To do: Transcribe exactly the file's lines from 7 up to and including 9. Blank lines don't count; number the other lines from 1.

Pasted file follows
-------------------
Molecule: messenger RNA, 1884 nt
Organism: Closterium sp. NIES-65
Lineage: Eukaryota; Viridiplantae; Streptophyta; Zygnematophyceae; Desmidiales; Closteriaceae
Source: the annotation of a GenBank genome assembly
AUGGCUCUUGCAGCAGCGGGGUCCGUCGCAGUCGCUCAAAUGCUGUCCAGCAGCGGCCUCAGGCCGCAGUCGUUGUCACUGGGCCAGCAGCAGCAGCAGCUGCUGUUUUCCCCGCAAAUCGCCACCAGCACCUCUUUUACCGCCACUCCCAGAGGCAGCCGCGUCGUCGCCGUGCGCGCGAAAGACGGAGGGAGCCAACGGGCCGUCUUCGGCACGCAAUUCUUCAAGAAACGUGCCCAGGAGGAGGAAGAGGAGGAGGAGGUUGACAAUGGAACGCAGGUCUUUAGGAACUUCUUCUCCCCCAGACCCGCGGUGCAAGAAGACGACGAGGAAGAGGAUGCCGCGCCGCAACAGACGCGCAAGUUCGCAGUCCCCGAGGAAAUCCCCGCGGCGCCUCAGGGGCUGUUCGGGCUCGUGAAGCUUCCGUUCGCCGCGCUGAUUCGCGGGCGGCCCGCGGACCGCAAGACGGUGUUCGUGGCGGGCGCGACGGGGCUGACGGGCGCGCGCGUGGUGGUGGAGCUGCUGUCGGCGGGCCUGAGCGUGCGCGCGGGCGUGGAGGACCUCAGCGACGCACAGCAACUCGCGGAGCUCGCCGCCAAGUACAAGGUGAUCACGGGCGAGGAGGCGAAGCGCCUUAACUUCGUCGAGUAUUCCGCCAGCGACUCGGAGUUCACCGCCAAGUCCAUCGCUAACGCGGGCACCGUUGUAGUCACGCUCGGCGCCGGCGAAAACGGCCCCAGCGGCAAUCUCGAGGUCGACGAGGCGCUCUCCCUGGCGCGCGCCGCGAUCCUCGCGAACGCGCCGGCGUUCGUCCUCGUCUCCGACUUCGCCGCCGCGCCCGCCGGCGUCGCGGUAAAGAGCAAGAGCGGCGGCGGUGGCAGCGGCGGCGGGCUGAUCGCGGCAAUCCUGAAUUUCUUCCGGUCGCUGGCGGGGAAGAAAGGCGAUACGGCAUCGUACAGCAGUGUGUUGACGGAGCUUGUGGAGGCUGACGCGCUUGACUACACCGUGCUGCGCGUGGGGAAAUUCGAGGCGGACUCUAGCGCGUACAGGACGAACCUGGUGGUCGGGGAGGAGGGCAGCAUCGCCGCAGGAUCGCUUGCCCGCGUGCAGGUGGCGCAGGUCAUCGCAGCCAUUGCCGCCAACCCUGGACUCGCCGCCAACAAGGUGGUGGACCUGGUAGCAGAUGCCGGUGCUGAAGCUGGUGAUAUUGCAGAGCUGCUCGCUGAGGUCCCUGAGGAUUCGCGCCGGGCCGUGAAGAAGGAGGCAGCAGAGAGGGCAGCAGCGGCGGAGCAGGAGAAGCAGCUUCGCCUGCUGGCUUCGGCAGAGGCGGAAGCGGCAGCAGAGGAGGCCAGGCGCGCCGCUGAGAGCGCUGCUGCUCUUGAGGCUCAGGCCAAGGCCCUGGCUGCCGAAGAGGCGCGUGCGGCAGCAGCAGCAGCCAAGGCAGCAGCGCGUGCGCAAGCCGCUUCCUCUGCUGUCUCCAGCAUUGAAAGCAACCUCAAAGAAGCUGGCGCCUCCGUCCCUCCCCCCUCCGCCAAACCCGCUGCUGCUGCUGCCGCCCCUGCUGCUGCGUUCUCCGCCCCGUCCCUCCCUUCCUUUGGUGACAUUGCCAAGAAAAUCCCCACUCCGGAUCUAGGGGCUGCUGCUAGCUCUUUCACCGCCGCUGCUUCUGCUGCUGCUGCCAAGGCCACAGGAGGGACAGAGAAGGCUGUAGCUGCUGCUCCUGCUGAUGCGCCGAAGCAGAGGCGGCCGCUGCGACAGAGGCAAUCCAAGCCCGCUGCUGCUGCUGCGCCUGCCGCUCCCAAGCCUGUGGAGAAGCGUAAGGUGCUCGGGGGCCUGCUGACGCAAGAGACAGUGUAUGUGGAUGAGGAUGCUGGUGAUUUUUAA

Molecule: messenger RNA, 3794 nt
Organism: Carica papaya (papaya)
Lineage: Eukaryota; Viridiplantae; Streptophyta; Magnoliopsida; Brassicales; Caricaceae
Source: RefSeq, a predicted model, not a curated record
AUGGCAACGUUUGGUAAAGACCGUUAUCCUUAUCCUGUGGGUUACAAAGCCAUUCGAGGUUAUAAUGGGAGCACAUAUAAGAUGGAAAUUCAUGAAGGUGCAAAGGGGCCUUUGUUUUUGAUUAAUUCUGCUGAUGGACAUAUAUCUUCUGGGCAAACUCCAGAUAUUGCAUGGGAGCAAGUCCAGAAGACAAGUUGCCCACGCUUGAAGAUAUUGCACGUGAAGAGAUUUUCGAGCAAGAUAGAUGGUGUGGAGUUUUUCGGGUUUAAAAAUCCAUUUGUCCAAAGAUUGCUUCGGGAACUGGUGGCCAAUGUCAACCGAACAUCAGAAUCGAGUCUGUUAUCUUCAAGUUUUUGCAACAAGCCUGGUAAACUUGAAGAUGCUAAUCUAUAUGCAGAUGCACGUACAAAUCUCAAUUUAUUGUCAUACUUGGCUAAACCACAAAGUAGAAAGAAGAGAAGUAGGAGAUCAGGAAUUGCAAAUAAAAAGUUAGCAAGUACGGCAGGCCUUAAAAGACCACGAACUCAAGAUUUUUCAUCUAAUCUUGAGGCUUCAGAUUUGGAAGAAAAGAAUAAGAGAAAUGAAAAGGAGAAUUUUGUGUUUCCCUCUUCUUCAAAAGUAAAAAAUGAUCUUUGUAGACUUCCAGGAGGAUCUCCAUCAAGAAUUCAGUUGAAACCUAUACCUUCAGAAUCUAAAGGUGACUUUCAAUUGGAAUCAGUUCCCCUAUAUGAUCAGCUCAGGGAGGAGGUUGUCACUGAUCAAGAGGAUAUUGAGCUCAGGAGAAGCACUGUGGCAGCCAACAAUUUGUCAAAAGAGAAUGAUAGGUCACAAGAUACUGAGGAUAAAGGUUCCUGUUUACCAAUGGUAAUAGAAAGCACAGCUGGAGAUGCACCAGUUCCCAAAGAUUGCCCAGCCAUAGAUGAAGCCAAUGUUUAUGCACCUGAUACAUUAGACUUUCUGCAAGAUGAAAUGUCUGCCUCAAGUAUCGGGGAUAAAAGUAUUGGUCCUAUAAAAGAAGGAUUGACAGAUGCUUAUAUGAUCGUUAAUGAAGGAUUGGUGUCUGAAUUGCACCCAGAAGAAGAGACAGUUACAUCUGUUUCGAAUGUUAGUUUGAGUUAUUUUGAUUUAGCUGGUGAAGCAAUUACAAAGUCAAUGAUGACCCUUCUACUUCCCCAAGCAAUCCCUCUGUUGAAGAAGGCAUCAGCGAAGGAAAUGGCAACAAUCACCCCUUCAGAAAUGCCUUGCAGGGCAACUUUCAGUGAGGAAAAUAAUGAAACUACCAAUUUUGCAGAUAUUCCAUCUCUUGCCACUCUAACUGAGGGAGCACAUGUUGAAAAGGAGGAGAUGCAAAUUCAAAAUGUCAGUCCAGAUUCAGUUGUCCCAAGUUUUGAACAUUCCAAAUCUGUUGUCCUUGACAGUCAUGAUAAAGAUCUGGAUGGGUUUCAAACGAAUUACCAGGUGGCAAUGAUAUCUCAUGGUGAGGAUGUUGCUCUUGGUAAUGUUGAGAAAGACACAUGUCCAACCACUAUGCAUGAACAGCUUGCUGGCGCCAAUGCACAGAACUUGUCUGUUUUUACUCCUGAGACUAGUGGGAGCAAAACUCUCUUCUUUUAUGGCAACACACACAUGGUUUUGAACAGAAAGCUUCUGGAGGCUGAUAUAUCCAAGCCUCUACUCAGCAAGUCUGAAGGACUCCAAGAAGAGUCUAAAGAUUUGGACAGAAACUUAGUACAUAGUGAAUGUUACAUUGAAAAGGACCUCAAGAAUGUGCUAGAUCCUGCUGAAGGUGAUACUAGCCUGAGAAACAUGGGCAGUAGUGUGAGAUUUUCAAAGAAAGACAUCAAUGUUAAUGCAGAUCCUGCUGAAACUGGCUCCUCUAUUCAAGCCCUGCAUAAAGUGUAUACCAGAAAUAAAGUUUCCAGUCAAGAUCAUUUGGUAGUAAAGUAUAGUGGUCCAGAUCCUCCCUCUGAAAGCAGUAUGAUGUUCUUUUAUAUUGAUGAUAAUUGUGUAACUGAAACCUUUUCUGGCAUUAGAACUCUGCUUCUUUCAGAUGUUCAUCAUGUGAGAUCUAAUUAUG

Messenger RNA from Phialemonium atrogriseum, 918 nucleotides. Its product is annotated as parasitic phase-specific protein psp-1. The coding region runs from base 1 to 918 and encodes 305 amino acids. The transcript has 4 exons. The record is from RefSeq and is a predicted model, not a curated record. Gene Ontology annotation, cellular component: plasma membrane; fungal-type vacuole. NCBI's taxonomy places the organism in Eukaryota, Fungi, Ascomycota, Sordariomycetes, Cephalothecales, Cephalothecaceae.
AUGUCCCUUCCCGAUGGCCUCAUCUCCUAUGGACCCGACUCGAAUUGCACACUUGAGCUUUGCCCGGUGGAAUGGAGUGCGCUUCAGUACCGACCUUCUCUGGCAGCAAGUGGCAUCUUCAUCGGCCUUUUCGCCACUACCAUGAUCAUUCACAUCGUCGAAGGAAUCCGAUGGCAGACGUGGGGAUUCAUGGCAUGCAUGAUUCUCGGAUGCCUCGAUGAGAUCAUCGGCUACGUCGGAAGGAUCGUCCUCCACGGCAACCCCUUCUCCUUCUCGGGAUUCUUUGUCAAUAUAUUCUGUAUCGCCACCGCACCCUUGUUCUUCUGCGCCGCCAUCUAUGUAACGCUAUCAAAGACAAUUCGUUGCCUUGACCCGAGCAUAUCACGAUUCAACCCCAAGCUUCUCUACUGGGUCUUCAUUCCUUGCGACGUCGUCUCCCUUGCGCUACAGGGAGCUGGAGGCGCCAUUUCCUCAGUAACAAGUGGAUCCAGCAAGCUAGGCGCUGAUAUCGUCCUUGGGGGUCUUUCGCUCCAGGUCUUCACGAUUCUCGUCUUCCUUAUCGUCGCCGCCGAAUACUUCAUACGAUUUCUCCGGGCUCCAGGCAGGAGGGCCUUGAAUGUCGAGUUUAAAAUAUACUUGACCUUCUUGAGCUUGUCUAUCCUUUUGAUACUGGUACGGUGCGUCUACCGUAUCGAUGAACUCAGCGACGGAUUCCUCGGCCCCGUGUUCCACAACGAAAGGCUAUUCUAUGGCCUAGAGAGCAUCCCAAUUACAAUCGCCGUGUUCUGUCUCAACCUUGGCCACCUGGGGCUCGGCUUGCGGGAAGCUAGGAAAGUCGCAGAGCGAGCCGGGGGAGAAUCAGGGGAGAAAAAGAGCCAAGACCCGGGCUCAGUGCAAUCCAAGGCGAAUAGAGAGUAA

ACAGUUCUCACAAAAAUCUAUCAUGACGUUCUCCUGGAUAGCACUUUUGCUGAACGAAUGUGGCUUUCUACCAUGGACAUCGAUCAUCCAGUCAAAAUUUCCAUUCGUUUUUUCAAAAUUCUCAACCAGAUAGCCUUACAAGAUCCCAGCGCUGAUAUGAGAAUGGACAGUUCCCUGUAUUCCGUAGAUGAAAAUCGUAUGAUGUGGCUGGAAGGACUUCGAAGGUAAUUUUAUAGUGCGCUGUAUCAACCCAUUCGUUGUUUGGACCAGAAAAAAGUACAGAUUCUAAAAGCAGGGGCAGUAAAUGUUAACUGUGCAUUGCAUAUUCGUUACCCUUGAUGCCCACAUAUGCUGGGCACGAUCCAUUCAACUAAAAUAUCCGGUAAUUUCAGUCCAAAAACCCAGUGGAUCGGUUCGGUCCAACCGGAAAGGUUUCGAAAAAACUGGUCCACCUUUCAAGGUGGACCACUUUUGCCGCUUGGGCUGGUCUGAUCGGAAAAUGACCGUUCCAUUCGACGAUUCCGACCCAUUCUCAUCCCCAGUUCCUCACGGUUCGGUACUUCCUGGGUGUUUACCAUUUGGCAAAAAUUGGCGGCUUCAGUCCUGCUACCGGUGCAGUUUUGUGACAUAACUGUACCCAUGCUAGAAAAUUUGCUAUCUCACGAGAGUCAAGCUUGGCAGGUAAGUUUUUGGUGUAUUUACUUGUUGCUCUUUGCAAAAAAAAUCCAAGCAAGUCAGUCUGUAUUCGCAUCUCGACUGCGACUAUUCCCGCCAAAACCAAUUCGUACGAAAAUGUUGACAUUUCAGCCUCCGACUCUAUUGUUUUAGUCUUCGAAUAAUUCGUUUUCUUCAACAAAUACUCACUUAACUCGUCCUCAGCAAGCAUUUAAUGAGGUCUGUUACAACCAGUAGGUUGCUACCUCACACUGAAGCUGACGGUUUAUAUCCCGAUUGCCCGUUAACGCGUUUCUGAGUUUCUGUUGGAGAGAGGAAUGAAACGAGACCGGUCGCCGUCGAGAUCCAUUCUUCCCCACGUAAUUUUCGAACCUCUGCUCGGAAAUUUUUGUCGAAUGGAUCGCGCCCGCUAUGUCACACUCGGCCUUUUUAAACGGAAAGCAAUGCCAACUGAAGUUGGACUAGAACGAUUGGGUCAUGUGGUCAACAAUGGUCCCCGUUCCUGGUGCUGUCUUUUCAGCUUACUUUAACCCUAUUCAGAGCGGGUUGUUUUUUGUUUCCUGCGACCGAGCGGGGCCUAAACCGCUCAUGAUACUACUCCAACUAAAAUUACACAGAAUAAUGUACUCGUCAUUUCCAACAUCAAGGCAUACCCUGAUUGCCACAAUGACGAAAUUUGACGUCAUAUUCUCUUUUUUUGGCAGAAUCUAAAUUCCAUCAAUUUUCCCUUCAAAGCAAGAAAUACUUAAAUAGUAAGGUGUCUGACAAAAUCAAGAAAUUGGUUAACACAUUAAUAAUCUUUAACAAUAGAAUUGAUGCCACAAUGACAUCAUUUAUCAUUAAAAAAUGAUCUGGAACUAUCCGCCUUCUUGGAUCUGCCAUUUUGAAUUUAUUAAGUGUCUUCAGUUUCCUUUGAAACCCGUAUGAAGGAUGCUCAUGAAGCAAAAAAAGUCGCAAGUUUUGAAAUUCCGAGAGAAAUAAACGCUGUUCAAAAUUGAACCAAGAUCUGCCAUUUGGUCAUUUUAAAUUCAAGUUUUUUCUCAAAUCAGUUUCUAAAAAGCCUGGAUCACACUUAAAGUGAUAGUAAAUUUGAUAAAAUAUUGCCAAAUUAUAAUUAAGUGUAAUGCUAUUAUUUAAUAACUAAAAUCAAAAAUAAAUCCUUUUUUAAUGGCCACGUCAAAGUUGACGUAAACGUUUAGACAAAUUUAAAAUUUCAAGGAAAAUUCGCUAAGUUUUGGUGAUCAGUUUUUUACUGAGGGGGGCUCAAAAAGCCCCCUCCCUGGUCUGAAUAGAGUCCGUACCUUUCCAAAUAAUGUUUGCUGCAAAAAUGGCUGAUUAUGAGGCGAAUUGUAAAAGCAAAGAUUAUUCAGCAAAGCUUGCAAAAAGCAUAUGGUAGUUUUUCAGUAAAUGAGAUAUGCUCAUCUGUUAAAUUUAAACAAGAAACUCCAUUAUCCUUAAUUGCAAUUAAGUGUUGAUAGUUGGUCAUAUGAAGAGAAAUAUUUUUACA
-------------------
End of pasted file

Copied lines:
Organism: Carica papaya (papaya)
Lineage: Eukaryota; Viridiplantae; Streptophyta; Magnoliopsida; Brassicales; Caricaceae
Source: RefSeq, a predicted model, not a curated record